• Industries focus: Fintech, enterprise, software, marketing, and media
  • Stages: seed, series A
  • Number of Nigerian FinTechs in portfolio: 6

Apply for funding

Sequoia

VC Firms - Sequoia

From its start in 1972, Sequoia has ensured that when its founders win, so do great causes. Sequoia invests primarily on behalf of nonprofits and schools, with organizations such as the Ford Foundation and Boston Children’s Hospital forming most of their limited partner base.

  • Industries focus:  software, FinTech, health, media
  • Stages: series A, series B, series C
  • Number of Nigerian FinTechs in portfolio: 1

Village Capital 

VC Firms - Village Capital

At Village Capital, they fuel the growth of sustainable and impactful businesses by unlocking capital for early-stage entrepreneurs who are building emergent solutions for social, economic, and environmental challenges around the world.

Established in 2009, their mission is to reinvent the system to back the entrepreneurs of the future. Their vision is a future where business builds equity and long-term prosperity.

  • Industries focus:  Fintech, education, job recruitment and health
  • Stages: seed, grant, early VC, series A
  • Number of Nigerian FinTechs in portfolio: 1

Apply for funding 

British International Investment (BII)

VC Firms - BII

Established in 1948, BII has stood as the UK’s development finance institution.

They have been at the forefront of supporting companies that help developing and emerging countries grow for the last 70 years.

As a development finance institution and impact investor, they measure success in two ways. First, we look at whether the businesses in which they invest can make a positive economic, environmental or social impact. Second, they look at how commercially sustainable and successful a business can be.

  • Industries: Energy, FinTech, food, and health.
  • Stages: late VC, series B, debt, early VC
  • Number of Nigerian FinTechs in portfolio: 1

Apply for funding 

CoCreation Hub (Cchub)

VC Firms - CcHub

CcHUB is Nigeria’s first open living lab and pre-incubation space designed to be a multi-functional, multi-purpose space where work to catalyze creative social tech ventures take place.

The HUB is a place for technologists, social entrepreneurs, government, tech companies, impact investors and hackers in and around Lagos to co-create new solutions to the many social problems in Nigeria.

Founded in 2010, they are an innovation centre dedicated to accelerating the application of social capital and technology for economic prosperity. At CcHUB they constantly seek out individuals or teams with good ideas that can potentially solve social challenges in Nigeria and beyond.

  • Industries: FinTech, transportation, health, and job recruiting.
  • Number of Nigerian FinTechs in portfolio: 7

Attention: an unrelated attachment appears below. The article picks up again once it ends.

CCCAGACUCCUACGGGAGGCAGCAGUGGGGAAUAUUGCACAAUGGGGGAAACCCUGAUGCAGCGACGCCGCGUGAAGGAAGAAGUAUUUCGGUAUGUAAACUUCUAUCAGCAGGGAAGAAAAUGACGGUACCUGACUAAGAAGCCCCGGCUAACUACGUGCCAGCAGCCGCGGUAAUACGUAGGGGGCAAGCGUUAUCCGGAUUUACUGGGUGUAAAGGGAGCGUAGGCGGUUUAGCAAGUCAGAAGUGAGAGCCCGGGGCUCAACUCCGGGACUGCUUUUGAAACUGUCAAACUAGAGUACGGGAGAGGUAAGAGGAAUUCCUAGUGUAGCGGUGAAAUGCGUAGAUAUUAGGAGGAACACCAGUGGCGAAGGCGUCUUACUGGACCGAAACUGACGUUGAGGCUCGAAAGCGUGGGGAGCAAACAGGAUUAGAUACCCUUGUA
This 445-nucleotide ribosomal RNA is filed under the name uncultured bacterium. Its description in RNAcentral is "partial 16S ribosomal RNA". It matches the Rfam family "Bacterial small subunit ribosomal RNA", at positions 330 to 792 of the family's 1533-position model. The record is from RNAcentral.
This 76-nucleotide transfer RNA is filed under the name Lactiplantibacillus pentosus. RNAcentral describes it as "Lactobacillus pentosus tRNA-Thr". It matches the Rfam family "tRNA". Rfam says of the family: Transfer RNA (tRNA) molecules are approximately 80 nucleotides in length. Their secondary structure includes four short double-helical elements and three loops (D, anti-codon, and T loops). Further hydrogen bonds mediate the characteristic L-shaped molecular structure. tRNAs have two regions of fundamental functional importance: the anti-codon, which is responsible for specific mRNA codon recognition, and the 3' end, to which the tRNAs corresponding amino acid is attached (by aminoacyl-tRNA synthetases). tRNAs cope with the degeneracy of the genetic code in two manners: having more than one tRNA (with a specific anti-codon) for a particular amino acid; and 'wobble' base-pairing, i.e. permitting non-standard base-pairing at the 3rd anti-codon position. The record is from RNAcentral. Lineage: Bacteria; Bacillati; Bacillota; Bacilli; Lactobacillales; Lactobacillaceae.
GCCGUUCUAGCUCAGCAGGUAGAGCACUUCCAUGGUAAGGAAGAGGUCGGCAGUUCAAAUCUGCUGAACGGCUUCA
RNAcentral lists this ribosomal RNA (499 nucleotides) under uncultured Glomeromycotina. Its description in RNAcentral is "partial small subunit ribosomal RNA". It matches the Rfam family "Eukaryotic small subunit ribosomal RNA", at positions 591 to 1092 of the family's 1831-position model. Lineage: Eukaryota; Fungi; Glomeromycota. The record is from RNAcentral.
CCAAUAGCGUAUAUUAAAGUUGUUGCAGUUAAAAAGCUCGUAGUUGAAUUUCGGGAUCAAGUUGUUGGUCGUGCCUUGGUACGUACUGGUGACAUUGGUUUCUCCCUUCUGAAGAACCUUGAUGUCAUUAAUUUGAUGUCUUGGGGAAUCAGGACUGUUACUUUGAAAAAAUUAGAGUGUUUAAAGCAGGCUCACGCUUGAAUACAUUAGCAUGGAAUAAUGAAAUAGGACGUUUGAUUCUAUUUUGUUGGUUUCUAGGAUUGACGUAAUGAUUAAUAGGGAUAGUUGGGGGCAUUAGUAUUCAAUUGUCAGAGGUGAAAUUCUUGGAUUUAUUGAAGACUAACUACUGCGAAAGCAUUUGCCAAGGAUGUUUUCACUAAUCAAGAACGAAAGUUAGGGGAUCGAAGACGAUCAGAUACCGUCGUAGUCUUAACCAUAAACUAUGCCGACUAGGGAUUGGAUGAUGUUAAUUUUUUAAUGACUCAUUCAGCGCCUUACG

Apply for funding

Stages of VC Investments 

Venture capital investment plays a pivotal role in fostering the growth of fintech startups. As an aspiring entrepreneur in the financial technology sector, understanding the nuances of different investment stages is essential. Here, we’ll break down the various stages, from seed to late-stage venture capital, along with other significant investment terms.

Pre-Seed

Pre-seed funding refers to the initial investment capital provided to entrepreneurs and startup founders at the very outset of their business ventures. This stage precedes traditional seed funding and typically occurs when a business idea is still in its conceptual or embryonic stage, often before the development of a minimum viable product (MVP).

Pre-seed funding serves as the financial catalyst to help entrepreneurs transform their ideas into tangible businesses. It can be used for market research, product development, proof of concept, and other early-stage activities necessary to validate the business concept. Investors in pre-seed funding rounds may include angel investors, friends and family, or early-stage venture capitalists.

Unlike later-stage funding rounds, pre-seed funding is characterized by its focus on supporting the ideation and initial development phases. It provides startups with the financial resources required to refine their business models and create a solid foundation for future growth.

Seed

At the seed stage, your fintech concept is in its infancy. This phase involves securing initial capital to transform your idea into a tangible product or service. Seed investors, often comprising family, friends, or angel investors, provide the necessary funding to initiate development and conduct preliminary testing.

Series A

As your fintech venture gains momentum, you’ll seek further investment in the series A stage. This stage signifies the transition from concept to product development. Venture capitalists, both early-stage (early VC) and those specializing in series A funding recognize your startup’s potential and contribute substantial funding. This infusion of capital aids in refining your product, building a customer base, and gaining a foothold in the market.

Series B

With a viable product in the market, the series B stage marks a critical juncture. Here, investors inject capital to support expansion and innovation. As your fintech solution gains user traction and demonstrates value, venture capitalists step in to fuel growth. This stage often involves developing additional features, exploring new markets, and consolidating your position as a prominent player.

Late VC

As your fintech company achieves significant growth and a solid revenue stream, late-stage venture capital becomes relevant. These investors, often part of series C and beyond, recognize your startup’s scalability and sustainability. Their contributions facilitate large-scale expansion, strategic partnerships, and potential global reach.

Grant